As the contraceptive coverage rules have evolved through litigation and new regulations, there are three categories of employers with differing requirements.  Most employers are required to include the coverage in their plans. Houses of worship can choose to be exempt from the requirement if they have religious objections (Figure 2). This exception means that workers and dependents of exempt employers do not have coverage for either some or all FDA approved contraceptive methods, if their employer has an objection. Religiously affiliated nonprofits and closely held for-profit corporations are not eligible for an exemption, but may receive an accommodation. The Obama Administration originally crafted the accommodation to address the concerns of religiously-affiliated nonprofit employers, and then extended this same option to closely held for-profits after the Supreme Court ruling in Burwell v. Hobby Lobby. The accommodation allows these employers to opt out of providing and paying for contraceptive coverage in their plans by either notifying their insurer, third party administrator, or the federal government of their objection. The insurers then are responsible for covering the costs of contraception, which assures that their workers and dependents have contraceptive coverage, and relieves the employers of the requirement to pay for it.

Figure 2: Employers Objecting to Contraceptive Coverage: Exemptions and Accommodations

Figure 2: Employers Objecting to Contraceptive Coverage: Exemptions and Accommodations

While 10% of nonprofits with 5,000 or more employees have elected for an accommodation without challenging the requirement, this approach, however, has not been acceptable to all nonprofits with religious objections.3  Some are seeking an “exemption” from the rule, meaning their workers would not have coverage for some or all contraceptives, rather than an accommodation, which entitles their workers to full contraceptive coverage but releases the employer from paying for it.  In May 2016, the Supreme Court remanded Zubik v. Burwell, sending 7 cases brought by religious nonprofits objecting to the contraceptive coverage accommodation back to the respective Courts of Appeal. The Court instructed the parties to work together to “arrive at an approach going forward that accommodates petitioners’ religious exercise while at the same time ensuring that women covered by petitioners’ health plans receive full and equal health coverage, including contraceptive coverage.”4 In July 2016, the Departments of Health and Human Services (HHS), Labor and Treasury issued a Request for Information (RFI) inviting public comments on “whether there are alternative ways (other than those offered in current regulations) for eligible organizations that object to providing coverage for contraceptive services on religious grounds to obtain an accommodation, while still ensuring that women enrolled in the organization’s health plans have access to seamless coverage of the full range of Food and Drug Administration-approved contraceptives without cost sharing.” The Obama Administration asked the courts to delay any action on the cases while they review the over 50,000 comments submitted. The next case status reports with the courts are due after the transition to the Trump Administration.  It is not clear whether the Trump Administration will continue to defend these lawsuits, maintain the current regulations, or change the rules for employers with objections to contraceptive coverage.  The Trump campaign supported expanding the exemption for nonprofits with religious objections, and incoming Secretary of Health and Human Services, Tom Price,  stated in 2012,  that he felt the contraceptive coverage requirement infringes on religious liberties.56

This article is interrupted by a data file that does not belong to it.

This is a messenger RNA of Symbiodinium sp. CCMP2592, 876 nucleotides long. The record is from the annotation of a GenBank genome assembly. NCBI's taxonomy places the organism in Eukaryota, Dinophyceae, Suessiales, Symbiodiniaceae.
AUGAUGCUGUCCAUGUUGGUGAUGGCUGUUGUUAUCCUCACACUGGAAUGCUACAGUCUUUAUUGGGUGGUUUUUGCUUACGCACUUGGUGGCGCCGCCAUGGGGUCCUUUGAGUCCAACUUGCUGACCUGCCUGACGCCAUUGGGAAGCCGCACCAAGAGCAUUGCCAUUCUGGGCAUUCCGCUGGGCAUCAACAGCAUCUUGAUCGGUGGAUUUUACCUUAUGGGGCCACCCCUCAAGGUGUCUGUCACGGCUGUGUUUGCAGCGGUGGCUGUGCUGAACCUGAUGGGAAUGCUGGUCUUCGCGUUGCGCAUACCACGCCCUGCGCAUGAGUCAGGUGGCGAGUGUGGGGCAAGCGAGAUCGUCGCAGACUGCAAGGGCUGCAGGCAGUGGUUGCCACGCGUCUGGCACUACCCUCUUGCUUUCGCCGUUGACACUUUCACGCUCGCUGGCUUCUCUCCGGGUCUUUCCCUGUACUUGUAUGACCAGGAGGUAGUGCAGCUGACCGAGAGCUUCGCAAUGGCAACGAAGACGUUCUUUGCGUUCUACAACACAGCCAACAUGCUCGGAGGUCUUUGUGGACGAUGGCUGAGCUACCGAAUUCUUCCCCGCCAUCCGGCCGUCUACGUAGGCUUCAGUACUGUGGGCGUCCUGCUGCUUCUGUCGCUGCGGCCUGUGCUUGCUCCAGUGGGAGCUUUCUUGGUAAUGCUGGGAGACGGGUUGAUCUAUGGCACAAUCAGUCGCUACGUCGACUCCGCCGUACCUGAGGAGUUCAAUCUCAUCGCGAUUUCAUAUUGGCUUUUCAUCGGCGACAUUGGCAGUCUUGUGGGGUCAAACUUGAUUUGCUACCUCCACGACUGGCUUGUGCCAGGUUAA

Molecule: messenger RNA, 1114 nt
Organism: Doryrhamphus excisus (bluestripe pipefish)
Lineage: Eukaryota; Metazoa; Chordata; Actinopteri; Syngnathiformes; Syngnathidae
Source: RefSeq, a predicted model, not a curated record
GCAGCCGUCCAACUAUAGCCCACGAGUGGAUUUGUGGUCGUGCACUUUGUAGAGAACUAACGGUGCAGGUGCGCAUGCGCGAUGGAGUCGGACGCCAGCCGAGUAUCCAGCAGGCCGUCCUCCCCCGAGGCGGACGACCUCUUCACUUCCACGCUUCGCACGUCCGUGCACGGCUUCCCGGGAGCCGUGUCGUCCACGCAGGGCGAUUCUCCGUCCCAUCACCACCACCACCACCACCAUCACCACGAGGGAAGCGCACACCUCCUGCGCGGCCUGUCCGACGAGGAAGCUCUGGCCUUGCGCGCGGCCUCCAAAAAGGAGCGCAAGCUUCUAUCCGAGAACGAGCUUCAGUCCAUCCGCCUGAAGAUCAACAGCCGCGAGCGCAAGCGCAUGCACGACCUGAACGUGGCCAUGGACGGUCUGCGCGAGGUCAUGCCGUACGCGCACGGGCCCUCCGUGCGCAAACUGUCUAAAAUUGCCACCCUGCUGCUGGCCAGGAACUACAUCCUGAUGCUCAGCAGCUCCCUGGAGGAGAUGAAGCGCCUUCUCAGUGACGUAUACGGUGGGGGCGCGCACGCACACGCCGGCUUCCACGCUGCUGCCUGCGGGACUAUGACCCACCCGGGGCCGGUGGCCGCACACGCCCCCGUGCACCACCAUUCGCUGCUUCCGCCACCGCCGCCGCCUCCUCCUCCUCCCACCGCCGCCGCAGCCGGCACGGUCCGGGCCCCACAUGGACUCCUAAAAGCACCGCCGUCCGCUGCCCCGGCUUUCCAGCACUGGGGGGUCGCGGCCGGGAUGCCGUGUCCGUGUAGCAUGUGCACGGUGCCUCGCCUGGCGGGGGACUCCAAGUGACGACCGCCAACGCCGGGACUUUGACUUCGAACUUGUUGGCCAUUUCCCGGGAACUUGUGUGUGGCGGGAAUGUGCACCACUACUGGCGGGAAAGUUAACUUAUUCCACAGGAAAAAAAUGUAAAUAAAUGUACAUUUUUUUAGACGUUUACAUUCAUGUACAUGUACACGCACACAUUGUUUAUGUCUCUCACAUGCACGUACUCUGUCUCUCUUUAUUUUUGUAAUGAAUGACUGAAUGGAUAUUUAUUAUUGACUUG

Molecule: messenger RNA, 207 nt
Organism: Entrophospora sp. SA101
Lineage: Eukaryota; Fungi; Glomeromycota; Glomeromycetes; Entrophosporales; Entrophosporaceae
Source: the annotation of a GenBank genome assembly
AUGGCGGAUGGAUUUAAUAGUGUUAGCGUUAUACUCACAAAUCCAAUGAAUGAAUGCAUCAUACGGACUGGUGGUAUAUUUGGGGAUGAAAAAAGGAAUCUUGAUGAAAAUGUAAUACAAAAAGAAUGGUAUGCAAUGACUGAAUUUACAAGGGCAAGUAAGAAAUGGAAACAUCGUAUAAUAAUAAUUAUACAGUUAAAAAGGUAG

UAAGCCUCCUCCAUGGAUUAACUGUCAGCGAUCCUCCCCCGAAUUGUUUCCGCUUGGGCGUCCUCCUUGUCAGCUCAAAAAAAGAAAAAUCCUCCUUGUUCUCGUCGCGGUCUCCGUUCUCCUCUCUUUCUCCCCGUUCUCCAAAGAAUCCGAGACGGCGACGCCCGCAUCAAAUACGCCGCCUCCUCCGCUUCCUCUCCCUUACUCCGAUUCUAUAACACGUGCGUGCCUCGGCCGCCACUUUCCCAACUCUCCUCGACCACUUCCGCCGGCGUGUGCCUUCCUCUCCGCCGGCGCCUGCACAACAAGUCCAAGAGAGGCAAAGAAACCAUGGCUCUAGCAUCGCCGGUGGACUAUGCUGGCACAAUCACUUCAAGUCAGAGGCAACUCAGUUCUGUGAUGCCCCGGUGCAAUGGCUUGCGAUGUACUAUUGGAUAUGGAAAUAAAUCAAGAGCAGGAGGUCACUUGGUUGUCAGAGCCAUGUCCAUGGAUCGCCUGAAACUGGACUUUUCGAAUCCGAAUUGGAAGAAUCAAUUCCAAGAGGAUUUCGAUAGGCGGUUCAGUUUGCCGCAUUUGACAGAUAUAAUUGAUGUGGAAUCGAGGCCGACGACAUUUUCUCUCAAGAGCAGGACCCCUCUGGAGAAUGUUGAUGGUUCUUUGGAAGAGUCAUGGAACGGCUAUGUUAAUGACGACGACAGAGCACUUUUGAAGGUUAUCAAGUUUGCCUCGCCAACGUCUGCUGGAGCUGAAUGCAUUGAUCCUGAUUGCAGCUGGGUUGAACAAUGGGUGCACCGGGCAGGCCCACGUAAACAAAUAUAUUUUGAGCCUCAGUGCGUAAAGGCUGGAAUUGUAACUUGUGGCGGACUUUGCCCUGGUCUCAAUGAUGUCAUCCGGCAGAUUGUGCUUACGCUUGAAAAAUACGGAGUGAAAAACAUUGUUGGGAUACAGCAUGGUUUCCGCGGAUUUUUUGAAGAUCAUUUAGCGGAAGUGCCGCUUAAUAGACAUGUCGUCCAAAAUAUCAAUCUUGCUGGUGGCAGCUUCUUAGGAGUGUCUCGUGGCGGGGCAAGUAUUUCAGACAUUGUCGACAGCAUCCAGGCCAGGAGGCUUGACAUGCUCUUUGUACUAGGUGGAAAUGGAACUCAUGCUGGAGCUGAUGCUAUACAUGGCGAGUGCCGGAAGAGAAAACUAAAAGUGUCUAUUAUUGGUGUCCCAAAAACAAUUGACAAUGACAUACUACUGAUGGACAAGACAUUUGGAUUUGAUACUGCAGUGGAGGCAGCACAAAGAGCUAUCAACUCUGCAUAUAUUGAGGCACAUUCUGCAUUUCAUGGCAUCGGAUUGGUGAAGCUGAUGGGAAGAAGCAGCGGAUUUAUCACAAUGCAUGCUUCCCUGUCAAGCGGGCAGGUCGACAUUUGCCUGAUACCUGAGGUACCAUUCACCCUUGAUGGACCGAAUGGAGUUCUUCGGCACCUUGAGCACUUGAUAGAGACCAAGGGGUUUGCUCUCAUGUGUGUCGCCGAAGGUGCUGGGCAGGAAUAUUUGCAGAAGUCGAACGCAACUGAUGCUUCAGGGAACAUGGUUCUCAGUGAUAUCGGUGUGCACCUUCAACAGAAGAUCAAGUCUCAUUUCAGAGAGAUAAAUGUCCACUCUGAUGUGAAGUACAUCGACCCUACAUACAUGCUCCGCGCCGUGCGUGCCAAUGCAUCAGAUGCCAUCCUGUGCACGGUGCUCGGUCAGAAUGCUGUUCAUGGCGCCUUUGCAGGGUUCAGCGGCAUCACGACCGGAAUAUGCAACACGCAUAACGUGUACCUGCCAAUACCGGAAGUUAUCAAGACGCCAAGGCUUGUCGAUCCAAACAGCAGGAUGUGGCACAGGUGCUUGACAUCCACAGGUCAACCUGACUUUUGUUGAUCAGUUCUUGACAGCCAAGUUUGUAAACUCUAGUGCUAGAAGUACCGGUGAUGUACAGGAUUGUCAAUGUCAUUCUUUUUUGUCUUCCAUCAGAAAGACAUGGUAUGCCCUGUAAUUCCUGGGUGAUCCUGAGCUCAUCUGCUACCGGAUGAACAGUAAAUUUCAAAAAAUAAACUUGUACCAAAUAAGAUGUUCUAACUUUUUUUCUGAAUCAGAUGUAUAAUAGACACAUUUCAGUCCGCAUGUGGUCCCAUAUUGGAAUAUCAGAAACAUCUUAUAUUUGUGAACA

How has the contraceptive coverage rule affected women?

Contraceptive use among women is widespread, with over 99% of sexually-active women using at least one method at some point during their lifetime.7 Contraceptives make up an estimated 30-44% of out-of-pocket health care spending for women.8 Since the implementation of the ACA, out-of-pocket spending on prescription drugs has decreased dramatically (Figure 3). The majority of this decline (63%) can be attributed to the drop in out-of-pocket expenses on the oral contraceptive pill for women.9 One study estimates that roughly $1.4 billion dollars per year in out-of-pocket savings on the pill resulted from the ACA’s contraceptive mandate.10  By 2013, most women had no out-of-pocket costs for their contraception, as median expenses for most contraceptive methods, including the IUD and the pill, dropped to zero.11